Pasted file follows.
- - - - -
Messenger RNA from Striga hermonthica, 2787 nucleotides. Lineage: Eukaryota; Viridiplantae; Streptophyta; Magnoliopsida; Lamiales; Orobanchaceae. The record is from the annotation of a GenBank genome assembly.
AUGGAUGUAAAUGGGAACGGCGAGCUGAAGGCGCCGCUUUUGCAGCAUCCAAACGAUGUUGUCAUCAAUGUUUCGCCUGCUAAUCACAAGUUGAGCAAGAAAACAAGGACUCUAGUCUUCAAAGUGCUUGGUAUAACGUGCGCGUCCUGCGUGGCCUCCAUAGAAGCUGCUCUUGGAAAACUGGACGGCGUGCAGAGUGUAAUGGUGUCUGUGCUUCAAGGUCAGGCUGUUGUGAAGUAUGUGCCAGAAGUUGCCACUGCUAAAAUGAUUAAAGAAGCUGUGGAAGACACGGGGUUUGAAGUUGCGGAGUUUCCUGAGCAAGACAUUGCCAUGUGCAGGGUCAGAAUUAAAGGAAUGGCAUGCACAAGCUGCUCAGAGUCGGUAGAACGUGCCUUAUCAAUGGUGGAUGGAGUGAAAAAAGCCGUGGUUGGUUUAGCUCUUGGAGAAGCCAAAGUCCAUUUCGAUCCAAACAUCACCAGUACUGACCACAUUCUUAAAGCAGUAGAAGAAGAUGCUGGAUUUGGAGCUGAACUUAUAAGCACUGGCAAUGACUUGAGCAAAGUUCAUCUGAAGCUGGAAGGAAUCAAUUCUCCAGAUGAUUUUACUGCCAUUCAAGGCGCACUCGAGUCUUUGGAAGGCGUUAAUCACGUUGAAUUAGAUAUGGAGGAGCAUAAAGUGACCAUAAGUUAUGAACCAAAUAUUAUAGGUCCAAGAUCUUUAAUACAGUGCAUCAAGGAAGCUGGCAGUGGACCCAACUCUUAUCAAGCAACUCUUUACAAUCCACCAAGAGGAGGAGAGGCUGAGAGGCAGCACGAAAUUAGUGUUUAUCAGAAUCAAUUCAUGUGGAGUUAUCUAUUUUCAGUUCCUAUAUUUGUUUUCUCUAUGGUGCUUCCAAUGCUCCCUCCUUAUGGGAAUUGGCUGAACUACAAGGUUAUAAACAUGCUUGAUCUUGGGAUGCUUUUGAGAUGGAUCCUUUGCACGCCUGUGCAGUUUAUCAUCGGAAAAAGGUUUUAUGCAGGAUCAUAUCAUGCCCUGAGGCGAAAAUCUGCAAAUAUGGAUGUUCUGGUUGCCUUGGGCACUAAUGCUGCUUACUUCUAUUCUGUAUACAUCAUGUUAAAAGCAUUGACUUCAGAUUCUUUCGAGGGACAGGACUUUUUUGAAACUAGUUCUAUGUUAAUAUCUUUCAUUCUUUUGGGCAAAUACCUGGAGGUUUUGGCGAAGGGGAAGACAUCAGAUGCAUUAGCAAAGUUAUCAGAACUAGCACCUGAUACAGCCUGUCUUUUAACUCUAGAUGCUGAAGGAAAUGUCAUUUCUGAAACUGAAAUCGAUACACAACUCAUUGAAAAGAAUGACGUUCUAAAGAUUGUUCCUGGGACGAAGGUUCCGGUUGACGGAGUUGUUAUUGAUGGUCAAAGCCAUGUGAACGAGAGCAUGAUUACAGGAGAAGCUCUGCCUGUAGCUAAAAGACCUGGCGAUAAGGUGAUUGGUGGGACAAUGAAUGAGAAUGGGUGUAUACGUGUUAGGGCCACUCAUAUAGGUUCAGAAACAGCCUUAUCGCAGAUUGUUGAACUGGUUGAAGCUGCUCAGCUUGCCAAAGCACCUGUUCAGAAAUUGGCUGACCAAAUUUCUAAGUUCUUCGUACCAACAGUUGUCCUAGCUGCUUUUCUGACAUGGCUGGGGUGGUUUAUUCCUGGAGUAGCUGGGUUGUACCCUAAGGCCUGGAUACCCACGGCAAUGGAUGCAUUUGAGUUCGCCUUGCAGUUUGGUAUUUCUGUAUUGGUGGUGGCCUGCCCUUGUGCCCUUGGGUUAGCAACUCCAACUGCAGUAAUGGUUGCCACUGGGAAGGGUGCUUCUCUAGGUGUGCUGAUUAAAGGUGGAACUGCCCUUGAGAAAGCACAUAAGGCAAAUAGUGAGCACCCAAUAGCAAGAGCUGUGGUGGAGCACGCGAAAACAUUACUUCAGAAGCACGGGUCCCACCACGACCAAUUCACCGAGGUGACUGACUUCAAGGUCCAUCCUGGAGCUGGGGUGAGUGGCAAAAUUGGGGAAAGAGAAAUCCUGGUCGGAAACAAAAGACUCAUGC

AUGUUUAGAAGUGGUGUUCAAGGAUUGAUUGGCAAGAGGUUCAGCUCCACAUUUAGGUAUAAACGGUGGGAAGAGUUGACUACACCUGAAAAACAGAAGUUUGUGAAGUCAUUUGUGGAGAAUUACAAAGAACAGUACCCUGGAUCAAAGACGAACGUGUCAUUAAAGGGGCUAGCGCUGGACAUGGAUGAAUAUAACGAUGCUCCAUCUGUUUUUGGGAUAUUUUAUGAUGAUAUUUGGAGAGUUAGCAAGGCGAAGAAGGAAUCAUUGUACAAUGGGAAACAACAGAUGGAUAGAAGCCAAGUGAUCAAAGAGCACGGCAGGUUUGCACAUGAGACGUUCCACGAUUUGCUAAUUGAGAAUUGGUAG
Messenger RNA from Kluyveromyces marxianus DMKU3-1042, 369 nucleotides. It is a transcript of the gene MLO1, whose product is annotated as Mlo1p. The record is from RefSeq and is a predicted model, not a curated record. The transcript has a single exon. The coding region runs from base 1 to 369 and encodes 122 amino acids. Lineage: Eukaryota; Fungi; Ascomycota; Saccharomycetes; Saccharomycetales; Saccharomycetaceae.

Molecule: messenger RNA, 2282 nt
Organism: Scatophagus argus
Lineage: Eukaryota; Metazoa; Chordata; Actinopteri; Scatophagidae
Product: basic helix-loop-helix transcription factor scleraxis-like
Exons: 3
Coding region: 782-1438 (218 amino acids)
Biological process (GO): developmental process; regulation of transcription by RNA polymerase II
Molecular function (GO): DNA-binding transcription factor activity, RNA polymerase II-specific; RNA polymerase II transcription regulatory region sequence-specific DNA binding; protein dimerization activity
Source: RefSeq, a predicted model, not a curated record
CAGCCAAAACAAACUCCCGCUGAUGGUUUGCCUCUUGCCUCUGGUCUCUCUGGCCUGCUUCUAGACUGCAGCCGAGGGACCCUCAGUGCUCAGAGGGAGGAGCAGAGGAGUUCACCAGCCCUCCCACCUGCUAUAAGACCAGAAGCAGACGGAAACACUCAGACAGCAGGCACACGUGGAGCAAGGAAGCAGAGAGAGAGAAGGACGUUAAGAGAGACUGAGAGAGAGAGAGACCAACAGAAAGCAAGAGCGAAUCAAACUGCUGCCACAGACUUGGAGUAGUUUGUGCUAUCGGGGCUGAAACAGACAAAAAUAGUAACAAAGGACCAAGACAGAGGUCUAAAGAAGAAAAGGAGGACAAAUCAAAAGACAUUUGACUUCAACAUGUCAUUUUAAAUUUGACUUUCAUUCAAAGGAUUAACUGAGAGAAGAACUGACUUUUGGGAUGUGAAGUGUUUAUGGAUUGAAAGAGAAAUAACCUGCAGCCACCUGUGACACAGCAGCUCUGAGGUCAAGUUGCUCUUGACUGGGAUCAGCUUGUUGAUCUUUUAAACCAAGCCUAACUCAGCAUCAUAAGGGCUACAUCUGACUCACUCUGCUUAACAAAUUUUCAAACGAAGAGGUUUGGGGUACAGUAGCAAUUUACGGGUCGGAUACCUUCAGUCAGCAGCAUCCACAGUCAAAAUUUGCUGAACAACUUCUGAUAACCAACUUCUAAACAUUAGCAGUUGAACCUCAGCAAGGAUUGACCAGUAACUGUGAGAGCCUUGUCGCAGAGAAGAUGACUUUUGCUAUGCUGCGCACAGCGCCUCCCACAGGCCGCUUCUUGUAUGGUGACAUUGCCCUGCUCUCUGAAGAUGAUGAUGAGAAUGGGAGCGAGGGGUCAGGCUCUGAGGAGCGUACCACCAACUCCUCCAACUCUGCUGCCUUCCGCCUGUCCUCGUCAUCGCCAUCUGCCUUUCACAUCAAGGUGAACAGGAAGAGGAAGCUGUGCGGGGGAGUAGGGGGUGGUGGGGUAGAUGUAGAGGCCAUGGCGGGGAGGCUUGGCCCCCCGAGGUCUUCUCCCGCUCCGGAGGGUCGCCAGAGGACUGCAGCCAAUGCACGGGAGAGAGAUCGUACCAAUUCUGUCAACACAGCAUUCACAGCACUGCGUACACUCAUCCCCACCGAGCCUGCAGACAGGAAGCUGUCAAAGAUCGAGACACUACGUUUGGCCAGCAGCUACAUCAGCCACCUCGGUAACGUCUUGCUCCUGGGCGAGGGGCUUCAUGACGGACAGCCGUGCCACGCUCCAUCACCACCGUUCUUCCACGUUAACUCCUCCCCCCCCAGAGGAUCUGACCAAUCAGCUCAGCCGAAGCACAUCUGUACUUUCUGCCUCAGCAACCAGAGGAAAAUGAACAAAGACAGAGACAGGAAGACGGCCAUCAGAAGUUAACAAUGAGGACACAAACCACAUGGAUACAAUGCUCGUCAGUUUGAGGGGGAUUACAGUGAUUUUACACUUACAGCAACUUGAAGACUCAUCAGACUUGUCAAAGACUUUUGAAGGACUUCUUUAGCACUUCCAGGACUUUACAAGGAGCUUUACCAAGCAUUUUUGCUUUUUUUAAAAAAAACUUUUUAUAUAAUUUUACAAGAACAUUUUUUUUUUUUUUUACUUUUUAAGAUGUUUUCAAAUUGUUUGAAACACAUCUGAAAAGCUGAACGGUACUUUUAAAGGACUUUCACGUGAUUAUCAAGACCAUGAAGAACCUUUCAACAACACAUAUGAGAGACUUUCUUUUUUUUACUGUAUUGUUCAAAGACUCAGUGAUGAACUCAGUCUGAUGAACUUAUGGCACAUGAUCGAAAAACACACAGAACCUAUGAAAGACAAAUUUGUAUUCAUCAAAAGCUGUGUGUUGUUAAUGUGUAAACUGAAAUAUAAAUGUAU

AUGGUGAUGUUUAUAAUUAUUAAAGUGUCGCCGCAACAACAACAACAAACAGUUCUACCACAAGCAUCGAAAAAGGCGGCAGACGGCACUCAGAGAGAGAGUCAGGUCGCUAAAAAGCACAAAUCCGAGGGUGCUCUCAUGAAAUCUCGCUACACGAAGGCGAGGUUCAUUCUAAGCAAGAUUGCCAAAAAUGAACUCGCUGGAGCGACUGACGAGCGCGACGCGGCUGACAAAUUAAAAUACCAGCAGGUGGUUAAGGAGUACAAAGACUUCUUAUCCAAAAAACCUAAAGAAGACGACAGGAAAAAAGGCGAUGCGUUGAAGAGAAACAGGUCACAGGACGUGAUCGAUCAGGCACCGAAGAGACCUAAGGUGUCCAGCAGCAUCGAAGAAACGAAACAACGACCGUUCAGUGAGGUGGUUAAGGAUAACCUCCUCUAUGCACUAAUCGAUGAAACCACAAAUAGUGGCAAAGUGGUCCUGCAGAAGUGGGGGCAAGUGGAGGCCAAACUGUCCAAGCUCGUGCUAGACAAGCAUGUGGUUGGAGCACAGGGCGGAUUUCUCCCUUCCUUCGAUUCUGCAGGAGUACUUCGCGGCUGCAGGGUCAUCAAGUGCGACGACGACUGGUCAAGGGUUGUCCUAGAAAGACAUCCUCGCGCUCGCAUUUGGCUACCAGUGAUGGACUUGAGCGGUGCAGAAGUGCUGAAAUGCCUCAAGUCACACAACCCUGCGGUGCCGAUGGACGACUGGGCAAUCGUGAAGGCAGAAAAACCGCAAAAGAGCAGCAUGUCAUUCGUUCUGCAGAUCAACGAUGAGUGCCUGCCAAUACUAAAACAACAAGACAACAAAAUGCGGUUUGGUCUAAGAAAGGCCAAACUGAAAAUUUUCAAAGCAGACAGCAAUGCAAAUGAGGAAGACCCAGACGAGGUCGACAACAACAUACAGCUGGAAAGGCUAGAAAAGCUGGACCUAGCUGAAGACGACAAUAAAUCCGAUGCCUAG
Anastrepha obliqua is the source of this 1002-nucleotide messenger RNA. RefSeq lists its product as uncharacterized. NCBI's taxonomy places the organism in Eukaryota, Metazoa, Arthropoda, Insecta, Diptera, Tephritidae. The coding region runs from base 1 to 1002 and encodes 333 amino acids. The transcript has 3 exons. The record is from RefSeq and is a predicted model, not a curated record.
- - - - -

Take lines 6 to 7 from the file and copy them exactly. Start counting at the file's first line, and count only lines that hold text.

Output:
Organism: Scatophagus argus
Lineage: Eukaryota; Metazoa; Chordata; Actinopteri; Scatophagidae